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That love for the game is crucial for the 23-year-old and is so abundantly clear in her conversation.

Talking about football is second nature and, after finishing our interview, she explains how she’s off to help a friend coaching football at an after-school club.

But it’s that passion – and that love for the game – that is finally being rewarded as the women’s game sees an influx of new fans following the World Cup in the summer.

“Obviously in the WSL they’re going to have bigger crowd numbers than in the Championship,” Mason says.

“But throughout my footballing career – each year and every year it’s gone on – there have been hundreds more people at games.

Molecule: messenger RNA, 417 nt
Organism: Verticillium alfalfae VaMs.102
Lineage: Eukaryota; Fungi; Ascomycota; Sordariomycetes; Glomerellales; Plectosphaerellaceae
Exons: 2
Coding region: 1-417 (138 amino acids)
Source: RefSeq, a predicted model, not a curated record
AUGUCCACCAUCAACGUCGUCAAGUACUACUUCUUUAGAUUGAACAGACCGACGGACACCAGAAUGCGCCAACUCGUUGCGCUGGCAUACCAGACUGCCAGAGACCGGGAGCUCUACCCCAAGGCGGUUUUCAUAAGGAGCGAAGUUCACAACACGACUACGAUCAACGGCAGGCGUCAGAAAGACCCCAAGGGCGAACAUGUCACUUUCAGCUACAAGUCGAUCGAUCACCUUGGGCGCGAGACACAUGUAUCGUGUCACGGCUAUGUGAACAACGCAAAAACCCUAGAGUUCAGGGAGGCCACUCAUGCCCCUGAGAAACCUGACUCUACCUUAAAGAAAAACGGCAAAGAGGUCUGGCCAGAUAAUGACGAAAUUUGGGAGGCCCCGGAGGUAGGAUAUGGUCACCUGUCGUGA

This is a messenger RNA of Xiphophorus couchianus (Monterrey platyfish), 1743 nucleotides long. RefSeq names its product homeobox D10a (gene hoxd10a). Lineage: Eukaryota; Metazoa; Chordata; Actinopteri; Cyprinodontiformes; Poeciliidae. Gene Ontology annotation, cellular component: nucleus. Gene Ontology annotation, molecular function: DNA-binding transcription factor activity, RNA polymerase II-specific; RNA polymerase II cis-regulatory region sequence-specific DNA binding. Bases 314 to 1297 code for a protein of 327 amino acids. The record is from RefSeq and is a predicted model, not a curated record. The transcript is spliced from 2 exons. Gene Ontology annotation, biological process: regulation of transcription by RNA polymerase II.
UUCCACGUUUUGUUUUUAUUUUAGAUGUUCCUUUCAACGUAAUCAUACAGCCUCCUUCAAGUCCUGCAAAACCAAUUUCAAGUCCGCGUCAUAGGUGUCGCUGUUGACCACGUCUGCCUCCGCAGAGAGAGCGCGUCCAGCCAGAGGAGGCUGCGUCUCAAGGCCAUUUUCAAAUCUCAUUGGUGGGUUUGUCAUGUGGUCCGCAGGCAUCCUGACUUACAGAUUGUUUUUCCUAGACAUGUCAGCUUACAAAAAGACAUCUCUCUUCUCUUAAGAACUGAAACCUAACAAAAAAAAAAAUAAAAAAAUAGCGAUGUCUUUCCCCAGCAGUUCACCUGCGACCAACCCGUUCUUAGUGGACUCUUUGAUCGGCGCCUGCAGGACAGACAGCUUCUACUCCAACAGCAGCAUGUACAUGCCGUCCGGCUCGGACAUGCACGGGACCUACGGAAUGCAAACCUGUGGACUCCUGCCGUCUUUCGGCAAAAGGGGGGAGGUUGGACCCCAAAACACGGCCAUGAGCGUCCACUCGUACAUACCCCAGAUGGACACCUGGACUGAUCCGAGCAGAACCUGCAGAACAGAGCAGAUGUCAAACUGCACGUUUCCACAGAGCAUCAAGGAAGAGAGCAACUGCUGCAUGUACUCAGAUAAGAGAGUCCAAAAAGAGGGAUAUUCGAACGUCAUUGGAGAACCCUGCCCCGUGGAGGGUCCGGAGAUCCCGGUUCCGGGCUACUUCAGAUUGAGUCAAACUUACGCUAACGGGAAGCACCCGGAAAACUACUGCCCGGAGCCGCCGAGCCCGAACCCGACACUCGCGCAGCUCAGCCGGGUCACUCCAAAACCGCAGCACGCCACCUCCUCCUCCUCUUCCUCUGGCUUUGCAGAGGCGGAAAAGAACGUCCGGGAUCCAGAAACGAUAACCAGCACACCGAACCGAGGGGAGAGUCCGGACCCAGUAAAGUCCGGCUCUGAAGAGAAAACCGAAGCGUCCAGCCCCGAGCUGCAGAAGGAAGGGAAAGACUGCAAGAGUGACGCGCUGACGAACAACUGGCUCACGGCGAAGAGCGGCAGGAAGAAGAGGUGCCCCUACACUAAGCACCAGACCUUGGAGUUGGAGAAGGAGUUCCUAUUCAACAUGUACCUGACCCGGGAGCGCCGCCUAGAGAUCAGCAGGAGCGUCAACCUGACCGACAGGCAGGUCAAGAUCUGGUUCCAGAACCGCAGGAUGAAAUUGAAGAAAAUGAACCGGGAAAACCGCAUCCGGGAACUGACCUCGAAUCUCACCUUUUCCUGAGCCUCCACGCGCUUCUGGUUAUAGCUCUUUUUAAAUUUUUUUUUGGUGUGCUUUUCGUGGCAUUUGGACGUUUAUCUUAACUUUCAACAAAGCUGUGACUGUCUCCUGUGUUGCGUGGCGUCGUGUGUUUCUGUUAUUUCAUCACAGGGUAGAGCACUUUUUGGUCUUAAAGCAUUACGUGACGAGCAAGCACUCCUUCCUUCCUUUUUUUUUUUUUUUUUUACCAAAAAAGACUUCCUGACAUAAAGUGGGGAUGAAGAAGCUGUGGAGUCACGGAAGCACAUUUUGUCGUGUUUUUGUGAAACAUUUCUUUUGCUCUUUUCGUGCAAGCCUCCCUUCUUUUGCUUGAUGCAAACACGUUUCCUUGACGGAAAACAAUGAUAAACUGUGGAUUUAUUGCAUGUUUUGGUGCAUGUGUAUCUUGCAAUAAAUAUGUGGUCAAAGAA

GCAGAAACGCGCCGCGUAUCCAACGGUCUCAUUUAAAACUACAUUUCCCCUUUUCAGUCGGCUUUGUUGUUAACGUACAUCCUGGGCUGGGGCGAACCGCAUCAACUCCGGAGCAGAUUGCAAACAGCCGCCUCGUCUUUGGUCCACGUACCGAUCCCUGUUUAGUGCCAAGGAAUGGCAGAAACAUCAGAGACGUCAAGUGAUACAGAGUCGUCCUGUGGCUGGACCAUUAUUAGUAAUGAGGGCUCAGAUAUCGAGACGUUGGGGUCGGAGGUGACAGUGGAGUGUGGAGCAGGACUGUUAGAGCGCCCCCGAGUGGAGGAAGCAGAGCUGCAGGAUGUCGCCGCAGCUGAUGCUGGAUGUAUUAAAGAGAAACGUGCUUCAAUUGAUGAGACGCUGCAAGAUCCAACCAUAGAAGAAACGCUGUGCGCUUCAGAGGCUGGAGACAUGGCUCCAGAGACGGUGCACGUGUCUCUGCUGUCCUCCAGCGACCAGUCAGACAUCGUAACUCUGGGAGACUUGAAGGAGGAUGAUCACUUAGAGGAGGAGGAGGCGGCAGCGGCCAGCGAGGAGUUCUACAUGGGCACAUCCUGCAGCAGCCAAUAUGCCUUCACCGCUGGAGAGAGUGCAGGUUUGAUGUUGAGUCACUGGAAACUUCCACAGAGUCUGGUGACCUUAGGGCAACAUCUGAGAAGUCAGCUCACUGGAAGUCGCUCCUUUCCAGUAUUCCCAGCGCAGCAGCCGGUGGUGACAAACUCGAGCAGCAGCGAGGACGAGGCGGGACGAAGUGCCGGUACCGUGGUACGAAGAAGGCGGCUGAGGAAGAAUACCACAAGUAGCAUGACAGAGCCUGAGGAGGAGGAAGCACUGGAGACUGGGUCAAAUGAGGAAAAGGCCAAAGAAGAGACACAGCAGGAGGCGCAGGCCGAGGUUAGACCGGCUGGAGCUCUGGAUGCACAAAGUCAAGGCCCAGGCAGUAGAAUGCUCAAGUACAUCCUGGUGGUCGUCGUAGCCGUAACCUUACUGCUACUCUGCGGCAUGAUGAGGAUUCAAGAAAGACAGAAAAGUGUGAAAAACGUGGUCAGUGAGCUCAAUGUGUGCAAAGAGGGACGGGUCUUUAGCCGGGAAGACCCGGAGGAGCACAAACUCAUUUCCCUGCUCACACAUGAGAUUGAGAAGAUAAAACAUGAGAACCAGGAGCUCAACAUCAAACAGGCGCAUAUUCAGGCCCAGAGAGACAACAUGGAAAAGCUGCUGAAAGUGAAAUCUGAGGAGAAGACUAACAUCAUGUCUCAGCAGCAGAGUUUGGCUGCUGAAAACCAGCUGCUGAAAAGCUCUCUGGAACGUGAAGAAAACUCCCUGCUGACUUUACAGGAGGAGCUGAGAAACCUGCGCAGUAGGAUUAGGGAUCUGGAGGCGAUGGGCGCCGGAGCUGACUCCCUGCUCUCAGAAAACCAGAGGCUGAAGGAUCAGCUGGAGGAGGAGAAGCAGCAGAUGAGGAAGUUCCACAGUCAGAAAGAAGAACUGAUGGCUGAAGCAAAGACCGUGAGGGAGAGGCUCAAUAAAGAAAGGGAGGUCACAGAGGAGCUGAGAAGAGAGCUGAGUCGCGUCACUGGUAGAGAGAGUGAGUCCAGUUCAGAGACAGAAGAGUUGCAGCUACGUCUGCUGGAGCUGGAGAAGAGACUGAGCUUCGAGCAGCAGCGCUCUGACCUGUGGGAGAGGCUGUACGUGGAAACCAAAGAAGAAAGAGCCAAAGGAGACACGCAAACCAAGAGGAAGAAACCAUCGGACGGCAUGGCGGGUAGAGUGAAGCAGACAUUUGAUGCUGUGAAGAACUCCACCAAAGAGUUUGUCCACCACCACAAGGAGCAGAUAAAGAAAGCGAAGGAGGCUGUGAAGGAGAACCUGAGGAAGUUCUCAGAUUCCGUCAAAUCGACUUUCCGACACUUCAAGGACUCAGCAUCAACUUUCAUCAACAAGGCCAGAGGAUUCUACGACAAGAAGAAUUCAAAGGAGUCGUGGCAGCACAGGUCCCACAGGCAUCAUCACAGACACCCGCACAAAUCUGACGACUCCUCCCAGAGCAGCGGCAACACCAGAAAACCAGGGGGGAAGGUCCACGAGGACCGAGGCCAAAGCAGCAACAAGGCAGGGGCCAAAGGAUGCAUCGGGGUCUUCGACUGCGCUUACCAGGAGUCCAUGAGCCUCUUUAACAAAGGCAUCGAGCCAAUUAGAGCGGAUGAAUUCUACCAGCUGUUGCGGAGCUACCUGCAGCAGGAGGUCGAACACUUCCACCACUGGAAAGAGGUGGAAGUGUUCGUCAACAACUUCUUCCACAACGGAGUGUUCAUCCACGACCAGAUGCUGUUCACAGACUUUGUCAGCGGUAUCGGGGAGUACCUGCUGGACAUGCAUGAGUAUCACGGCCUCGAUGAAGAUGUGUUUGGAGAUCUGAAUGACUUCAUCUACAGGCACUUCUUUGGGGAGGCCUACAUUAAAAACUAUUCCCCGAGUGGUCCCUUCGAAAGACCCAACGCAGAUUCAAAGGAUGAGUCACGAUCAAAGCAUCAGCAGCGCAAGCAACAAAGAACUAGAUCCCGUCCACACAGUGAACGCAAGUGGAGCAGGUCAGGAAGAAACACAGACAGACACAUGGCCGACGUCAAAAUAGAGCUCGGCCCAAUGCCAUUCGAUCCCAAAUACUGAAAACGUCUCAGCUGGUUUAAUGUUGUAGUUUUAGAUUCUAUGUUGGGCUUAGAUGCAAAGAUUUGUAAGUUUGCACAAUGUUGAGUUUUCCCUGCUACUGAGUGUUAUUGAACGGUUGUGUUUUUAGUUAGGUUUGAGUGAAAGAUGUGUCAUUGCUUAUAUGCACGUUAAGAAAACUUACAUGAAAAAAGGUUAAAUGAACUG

“Last year it was crazy turning up at games and there’d be hundreds of people watching me and it would be a great feeling.

“But the Championship is getting a lot bigger as well.

“I think it will from now on and it has for the last couple of years, the crowds have got a lot bigger.

“It’s great to see because getting people supporting teams – no matter what team – is great for women’s football.”


Words and interview: Alasdair Hooper

Image credits: With thanks to Next Gen Sport Solutions

All music in this episode is courtesy of Otis McDonald.

Thanks go to Next Gen Sport Solutions for setting up the interview with Ellie Mason. For more information about the sports management company for female athletes go to: https://nextgensport.co.uk